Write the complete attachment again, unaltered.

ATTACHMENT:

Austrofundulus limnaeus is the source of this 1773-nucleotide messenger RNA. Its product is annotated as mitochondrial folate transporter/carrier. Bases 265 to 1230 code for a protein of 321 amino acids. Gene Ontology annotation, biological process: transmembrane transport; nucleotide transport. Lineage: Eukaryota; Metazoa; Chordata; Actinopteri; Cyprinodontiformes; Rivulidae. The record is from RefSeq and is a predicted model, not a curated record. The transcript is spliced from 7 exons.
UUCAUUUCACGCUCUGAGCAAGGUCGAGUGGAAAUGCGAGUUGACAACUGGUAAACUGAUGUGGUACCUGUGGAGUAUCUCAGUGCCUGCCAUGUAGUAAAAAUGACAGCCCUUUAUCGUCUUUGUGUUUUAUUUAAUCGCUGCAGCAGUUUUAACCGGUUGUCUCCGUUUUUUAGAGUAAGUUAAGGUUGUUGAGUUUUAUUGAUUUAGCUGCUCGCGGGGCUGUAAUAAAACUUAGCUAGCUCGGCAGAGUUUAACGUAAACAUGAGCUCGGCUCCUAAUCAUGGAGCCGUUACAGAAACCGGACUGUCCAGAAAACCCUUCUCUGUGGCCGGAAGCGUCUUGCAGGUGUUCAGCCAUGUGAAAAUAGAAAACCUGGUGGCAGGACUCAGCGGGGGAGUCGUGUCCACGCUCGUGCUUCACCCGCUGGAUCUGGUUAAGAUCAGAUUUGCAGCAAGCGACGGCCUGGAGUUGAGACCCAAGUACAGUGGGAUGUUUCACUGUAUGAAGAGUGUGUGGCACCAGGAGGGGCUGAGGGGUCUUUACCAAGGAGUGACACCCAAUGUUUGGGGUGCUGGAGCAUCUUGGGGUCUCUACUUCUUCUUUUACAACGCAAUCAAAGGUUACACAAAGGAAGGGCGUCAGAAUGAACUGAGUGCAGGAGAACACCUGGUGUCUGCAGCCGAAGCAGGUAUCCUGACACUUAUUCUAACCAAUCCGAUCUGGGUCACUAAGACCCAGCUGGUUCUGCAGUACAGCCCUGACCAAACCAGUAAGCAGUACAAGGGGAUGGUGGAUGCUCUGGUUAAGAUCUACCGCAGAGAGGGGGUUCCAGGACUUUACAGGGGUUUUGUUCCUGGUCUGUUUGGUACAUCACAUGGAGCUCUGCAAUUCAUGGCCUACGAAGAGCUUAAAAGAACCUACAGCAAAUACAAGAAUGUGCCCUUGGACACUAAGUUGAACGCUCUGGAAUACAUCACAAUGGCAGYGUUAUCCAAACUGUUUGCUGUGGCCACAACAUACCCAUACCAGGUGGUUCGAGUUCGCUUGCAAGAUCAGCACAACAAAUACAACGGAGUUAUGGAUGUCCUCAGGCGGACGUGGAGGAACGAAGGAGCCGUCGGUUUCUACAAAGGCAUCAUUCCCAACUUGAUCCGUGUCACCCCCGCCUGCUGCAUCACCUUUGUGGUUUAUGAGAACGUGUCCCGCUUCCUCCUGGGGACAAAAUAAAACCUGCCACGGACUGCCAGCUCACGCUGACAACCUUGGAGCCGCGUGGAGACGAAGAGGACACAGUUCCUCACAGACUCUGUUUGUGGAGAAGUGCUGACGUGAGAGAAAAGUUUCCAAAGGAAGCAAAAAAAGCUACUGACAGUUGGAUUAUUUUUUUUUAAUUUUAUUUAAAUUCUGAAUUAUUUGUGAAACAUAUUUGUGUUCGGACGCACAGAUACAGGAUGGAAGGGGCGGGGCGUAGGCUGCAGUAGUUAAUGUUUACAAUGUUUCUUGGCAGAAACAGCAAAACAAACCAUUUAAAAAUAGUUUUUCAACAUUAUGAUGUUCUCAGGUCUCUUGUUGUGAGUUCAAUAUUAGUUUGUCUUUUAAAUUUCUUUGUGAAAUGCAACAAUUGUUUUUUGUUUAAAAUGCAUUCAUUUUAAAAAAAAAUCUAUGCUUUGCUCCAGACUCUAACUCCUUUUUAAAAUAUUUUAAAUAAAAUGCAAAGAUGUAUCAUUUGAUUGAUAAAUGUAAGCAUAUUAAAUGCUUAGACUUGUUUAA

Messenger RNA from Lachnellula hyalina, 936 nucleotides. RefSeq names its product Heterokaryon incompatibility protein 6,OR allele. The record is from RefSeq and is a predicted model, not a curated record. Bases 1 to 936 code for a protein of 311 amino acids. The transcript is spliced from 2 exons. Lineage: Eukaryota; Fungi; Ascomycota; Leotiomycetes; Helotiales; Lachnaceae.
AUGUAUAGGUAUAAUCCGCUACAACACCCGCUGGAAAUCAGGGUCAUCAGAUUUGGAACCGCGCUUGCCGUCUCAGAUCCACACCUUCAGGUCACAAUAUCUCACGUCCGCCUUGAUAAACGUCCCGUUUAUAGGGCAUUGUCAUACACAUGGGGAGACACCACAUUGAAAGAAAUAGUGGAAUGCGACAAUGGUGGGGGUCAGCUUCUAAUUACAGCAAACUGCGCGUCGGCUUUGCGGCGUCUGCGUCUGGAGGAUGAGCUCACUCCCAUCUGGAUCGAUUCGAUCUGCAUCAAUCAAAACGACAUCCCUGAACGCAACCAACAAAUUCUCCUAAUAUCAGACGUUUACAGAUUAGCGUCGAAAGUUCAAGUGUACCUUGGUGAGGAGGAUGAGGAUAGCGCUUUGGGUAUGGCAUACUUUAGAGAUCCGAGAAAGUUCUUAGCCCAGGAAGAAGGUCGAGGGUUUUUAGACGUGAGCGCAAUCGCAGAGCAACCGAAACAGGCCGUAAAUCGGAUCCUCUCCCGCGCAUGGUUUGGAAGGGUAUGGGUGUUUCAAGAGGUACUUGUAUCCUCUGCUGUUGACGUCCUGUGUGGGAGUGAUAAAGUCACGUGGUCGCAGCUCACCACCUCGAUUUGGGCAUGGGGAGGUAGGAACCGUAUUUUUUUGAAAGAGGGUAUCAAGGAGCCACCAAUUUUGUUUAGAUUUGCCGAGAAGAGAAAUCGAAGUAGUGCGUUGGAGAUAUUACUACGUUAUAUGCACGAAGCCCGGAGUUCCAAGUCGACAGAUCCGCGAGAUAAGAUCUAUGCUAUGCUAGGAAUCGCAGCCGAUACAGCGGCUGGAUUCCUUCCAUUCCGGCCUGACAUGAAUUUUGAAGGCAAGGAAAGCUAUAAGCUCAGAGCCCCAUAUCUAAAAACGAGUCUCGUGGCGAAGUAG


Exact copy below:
Austrofundulus limnaeus is the source of this 1773-nucleotide messenger RNA. Its product is annotated as mitochondrial folate transporter/carrier. Bases 265 to 1230 code for a protein of 321 amino acids. Gene Ontology annotation, biological process: transmembrane transport; nucleotide transport. Lineage: Eukaryota; Metazoa; Chordata; Actinopteri; Cyprinodontiformes; Rivulidae. The record is from RefSeq and is a predicted model, not a curated record. The transcript is spliced from 7 exons.
UUCAUUUCACGCUCUGAGCAAGGUCGAGUGGAAAUGCGAGUUGACAACUGGUAAACUGAUGUGGUACCUGUGGAGUAUCUCAGUGCCUGCCAUGUAGUAAAAAUGACAGCCCUUUAUCGUCUUUGUGUUUUAUUUAAUCGCUGCAGCAGUUUUAACCGGUUGUCUCCGUUUUUUAGAGUAAGUUAAGGUUGUUGAGUUUUAUUGAUUUAGCUGCUCGCGGGGCUGUAAUAAAACUUAGCUAGCUCGGCAGAGUUUAACGUAAACAUGAGCUCGGCUCCUAAUCAUGGAGCCGUUACAGAAACCGGACUGUCCAGAAAACCCUUCUCUGUGGCCGGAAGCGUCUUGCAGGUGUUCAGCCAUGUGAAAAUAGAAAACCUGGUGGCAGGACUCAGCGGGGGAGUCGUGUCCACGCUCGUGCUUCACCCGCUGGAUCUGGUUAAGAUCAGAUUUGCAGCAAGCGACGGCCUGGAGUUGAGACCCAAGUACAGUGGGAUGUUUCACUGUAUGAAGAGUGUGUGGCACCAGGAGGGGCUGAGGGGUCUUUACCAAGGAGUGACACCCAAUGUUUGGGGUGCUGGAGCAUCUUGGGGUCUCUACUUCUUCUUUUACAACGCAAUCAAAGGUUACACAAAGGAAGGGCGUCAGAAUGAACUGAGUGCAGGAGAACACCUGGUGUCUGCAGCCGAAGCAGGUAUCCUGACACUUAUUCUAACCAAUCCGAUCUGGGUCACUAAGACCCAGCUGGUUCUGCAGUACAGCCCUGACCAAACCAGUAAGCAGUACAAGGGGAUGGUGGAUGCUCUGGUUAAGAUCUACCGCAGAGAGGGGGUUCCAGGACUUUACAGGGGUUUUGUUCCUGGUCUGUUUGGUACAUCACAUGGAGCUCUGCAAUUCAUGGCCUACGAAGAGCUUAAAAGAACCUACAGCAAAUACAAGAAUGUGCCCUUGGACACUAAGUUGAACGCUCUGGAAUACAUCACAAUGGCAGYGUUAUCCAAACUGUUUGCUGUGGCCACAACAUACCCAUACCAGGUGGUUCGAGUUCGCUUGCAAGAUCAGCACAACAAAUACAACGGAGUUAUGGAUGUCCUCAGGCGGACGUGGAGGAACGAAGGAGCCGUCGGUUUCUACAAAGGCAUCAUUCCCAACUUGAUCCGUGUCACCCCCGCCUGCUGCAUCACCUUUGUGGUUUAUGAGAACGUGUCCCGCUUCCUCCUGGGGACAAAAUAAAACCUGCCACGGACUGCCAGCUCACGCUGACAACCUUGGAGCCGCGUGGAGACGAAGAGGACACAGUUCCUCACAGACUCUGUUUGUGGAGAAGUGCUGACGUGAGAGAAAAGUUUCCAAAGGAAGCAAAAAAAGCUACUGACAGUUGGAUUAUUUUUUUUUAAUUUUAUUUAAAUUCUGAAUUAUUUGUGAAACAUAUUUGUGUUCGGACGCACAGAUACAGGAUGGAAGGGGCGGGGCGUAGGCUGCAGUAGUUAAUGUUUACAAUGUUUCUUGGCAGAAACAGCAAAACAAACCAUUUAAAAAUAGUUUUUCAACAUUAUGAUGUUCUCAGGUCUCUUGUUGUGAGUUCAAUAUUAGUUUGUCUUUUAAAUUUCUUUGUGAAAUGCAACAAUUGUUUUUUGUUUAAAAUGCAUUCAUUUUAAAAAAAAAUCUAUGCUUUGCUCCAGACUCUAACUCCUUUUUAAAAUAUUUUAAAUAAAAUGCAAAGAUGUAUCAUUUGAUUGAUAAAUGUAAGCAUAUUAAAUGCUUAGACUUGUUUAA

Messenger RNA from Lachnellula hyalina, 936 nucleotides. RefSeq names its product Heterokaryon incompatibility protein 6,OR allele. The record is from RefSeq and is a predicted model, not a curated record. Bases 1 to 936 code for a protein of 311 amino acids. The transcript is spliced from 2 exons. Lineage: Eukaryota; Fungi; Ascomycota; Leotiomycetes; Helotiales; Lachnaceae.
AUGUAUAGGUAUAAUCCGCUACAACACCCGCUGGAAAUCAGGGUCAUCAGAUUUGGAACCGCGCUUGCCGUCUCAGAUCCACACCUUCAGGUCACAAUAUCUCACGUCCGCCUUGAUAAACGUCCCGUUUAUAGGGCAUUGUCAUACACAUGGGGAGACACCACAUUGAAAGAAAUAGUGGAAUGCGACAAUGGUGGGGGUCAGCUUCUAAUUACAGCAAACUGCGCGUCGGCUUUGCGGCGUCUGCGUCUGGAGGAUGAGCUCACUCCCAUCUGGAUCGAUUCGAUCUGCAUCAAUCAAAACGACAUCCCUGAACGCAACCAACAAAUUCUCCUAAUAUCAGACGUUUACAGAUUAGCGUCGAAAGUUCAAGUGUACCUUGGUGAGGAGGAUGAGGAUAGCGCUUUGGGUAUGGCAUACUUUAGAGAUCCGAGAAAGUUCUUAGCCCAGGAAGAAGGUCGAGGGUUUUUAGACGUGAGCGCAAUCGCAGAGCAACCGAAACAGGCCGUAAAUCGGAUCCUCUCCCGCGCAUGGUUUGGAAGGGUAUGGGUGUUUCAAGAGGUACUUGUAUCCUCUGCUGUUGACGUCCUGUGUGGGAGUGAUAAAGUCACGUGGUCGCAGCUCACCACCUCGAUUUGGGCAUGGGGAGGUAGGAACCGUAUUUUUUUGAAAGAGGGUAUCAAGGAGCCACCAAUUUUGUUUAGAUUUGCCGAGAAGAGAAAUCGAAGUAGUGCGUUGGAGAUAUUACUACGUUAUAUGCACGAAGCCCGGAGUUCCAAGUCGACAGAUCCGCGAGAUAAGAUCUAUGCUAUGCUAGGAAUCGCAGCCGAUACAGCGGCUGGAUUCCUUCCAUUCCGGCCUGACAUGAAUUUUGAAGGCAAGGAAAGCUAUAAGCUCAGAGCCCCAUAUCUAAAAACGAGUCUCGUGGCGAAGUAG